Rockwell Hardness (HRC) & Steel Types

There are multiple steel types, and each steel type has its own name and composition. One of the metrics to make it easier to indicate edge retention is the Rockwell rating. In general, you can say the higher the Rockwell, the longer the edge retention. But the higher the Rockwell, the more brittle the knife will be. The same can be said for a lower Rockwell. The lower the Rockwell, the faster the knife will get dull, but you get a more durable knife.

Info: The steel composition, thickness, and knife style have a major role in some metrics. A Rockwell rating is just one indication to make it easier for customers to grasp what the knife can do.

HRC, RC, or Rockwell

Here is a brief overview of the Rockwell Hardness:

  • 52-54 HRC: Cheap chef’s knives, mostly very cheap 8 euro (10 dollars). It needs to be sharpened every time we are done with a task.
  • 54-56 HRC: Better than cheap knives. Mostly for home cooks and not for the professional kitchen. Chinese bone cleavers use this kind of hardness. It needs to sharpen a few times a day if used in a professional kitchen.
  • 56-58 HRC: Easy to sharpen and used in a professional kitchen. Mostly german knives or better quality Chinese vegetable/bone cleavers use this kind of hardness.
  • 58-60 HRC: Better quality kitchen knives like Japanese knives. They stay longer sharp but are harder to sharpen.
  • 60-62 HRC: The knives remain sharp for a long time but have more risk of becoming brittle. Harder to sharpen, and quality depends on the production. Mostly used in Japanese knives.
  • 63-66 HRC: Needs cleaning after each use and more prone to breaking and becoming brittle. Some steel types with this high HRC need a wet towel wipe before each slice.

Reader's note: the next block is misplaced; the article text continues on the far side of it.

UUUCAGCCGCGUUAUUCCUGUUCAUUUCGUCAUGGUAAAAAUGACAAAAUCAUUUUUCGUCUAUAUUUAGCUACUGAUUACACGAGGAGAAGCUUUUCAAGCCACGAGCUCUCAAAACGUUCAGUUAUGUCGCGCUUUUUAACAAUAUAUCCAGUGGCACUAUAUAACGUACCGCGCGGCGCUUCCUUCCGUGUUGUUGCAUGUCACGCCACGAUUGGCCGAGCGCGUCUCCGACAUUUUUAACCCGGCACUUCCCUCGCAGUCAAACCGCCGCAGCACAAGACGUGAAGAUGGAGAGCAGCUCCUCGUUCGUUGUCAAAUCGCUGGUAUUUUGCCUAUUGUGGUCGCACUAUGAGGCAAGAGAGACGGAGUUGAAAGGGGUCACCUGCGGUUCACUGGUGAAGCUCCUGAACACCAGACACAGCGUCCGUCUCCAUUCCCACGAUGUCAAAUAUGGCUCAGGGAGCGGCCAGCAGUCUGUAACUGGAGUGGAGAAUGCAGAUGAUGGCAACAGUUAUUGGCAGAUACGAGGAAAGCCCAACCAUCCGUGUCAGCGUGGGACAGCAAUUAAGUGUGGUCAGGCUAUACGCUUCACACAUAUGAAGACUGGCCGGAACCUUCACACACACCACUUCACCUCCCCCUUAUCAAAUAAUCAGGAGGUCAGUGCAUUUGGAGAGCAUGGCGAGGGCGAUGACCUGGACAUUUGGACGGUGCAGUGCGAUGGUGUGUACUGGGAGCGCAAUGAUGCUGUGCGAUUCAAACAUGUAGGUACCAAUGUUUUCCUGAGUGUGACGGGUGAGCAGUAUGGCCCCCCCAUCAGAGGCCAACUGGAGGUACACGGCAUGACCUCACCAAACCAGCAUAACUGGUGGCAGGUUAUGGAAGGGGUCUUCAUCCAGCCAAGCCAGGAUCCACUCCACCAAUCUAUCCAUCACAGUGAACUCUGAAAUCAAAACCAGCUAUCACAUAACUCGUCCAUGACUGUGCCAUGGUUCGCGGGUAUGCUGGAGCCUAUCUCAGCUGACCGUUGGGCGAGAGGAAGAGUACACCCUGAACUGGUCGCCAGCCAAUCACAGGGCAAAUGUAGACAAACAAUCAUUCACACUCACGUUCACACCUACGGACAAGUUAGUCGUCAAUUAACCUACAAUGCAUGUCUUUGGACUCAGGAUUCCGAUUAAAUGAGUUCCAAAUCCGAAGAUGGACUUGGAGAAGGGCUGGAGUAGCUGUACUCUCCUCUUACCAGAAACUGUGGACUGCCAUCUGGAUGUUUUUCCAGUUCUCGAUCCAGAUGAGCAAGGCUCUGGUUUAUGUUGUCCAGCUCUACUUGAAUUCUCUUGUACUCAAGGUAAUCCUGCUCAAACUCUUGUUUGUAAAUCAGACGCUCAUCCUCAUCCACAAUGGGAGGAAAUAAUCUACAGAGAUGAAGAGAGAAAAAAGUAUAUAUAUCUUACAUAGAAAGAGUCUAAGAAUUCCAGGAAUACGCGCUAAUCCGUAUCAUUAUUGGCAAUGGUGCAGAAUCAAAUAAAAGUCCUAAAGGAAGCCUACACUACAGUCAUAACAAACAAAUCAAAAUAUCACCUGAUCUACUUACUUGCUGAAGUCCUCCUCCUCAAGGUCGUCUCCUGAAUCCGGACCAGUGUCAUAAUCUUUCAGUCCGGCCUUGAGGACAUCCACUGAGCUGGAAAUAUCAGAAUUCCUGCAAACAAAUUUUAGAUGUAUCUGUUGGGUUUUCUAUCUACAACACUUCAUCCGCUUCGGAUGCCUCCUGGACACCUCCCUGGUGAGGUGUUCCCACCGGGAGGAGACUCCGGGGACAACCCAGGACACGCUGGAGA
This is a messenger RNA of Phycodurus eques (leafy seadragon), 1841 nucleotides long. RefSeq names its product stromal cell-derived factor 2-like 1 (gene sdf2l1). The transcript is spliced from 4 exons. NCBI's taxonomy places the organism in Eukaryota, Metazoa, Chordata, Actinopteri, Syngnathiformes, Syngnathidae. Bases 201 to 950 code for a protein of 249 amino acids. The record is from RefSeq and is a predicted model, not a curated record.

Info: Of course, these are just guidelines. The manufacturer, steel type, and knives are made a huge role in the quality. We also have powdered steel which can reach a Rockwell beyond 66 and are still stainless.

Steel types

We can go deep into each steel type, but we only need to know three types: stainless, high-carbon, and powdered steel. Each steel type has its pro and cons depending on the purpose of the knife.

Stainless Steel

Stainless steel is exactly as the word says it is. It ”stains” ”less,” great rust resistance, and can be exposed to water for a long period of time. Some stainless steel can be put in the dishwasher without rusting. However, this is inadvisable since it is not good for the steel and the edge. Long exposure to a salty water bath will rust no matter how good the stainless properties are.

Japanese High Carbon steel

High Carbon steel is the preferred choice of Japanese chefs because it has a High Carbon content, and therefore it can be hardened above 60+ HRC. They are easy to resharpen and can take a very clean and sharp edge. However, they need a lot of maintenance and care, or they will rust.

Info: High Carbon is the preferred choice of Japanese chefs because it has a High Carbon content, and therefore it can be hardened above 60+ HRC. They are easy to resharpen and can take a very clean and sharp edge, however.

Powdered Steel

With modern science, we now have Powdered steels; they can be hardened above 66 on the Rockwell Scale and have excellent corrosion resistance. They can stay longer sharp than High Carbon steels, but sharpening is slightly harder.

Steel Composition

It is the combination of steel that gives a certain knife it hardness purity and rust resistance layers:

  • Carbon (C): Increase edge retention, but also makes the steel more brittle (the more ”C,” the higher the Rockwell).
  • Chromium (Cr): Corrosion resistance (minimal 13% so that we can call it ”stainless”)
  • Manganese (Mn): improves steel structure and increases the possibility for higher hardening of steel.
  • Vanadium (V): A combination of wear, toughness, strength and allows the blade to take a sharp edge for a longer period.
  • Molybdenum (Mo): Preventing brittleness.
  • Silicon (Si): increases the positive effects of carbon (C). It increases the hardness and the power of steel.
  • Cobalt (Co): Increase strength and hardness (and good for quenching in higher temp).
  • Tungsten (W): Increases the wear resistance of steel.

(There are more but they all compliment each other or do the same thing)


So let’s say AUS10 60HRC:
C: 0.96%
Cr: 14.9%
Mo: 0.9%
V: 0.10%

Now VG10 60HRC:
C: 0.95%
Cr: 14.5%
Mo: 0.8%
V: 0.20%
Co: 1.3%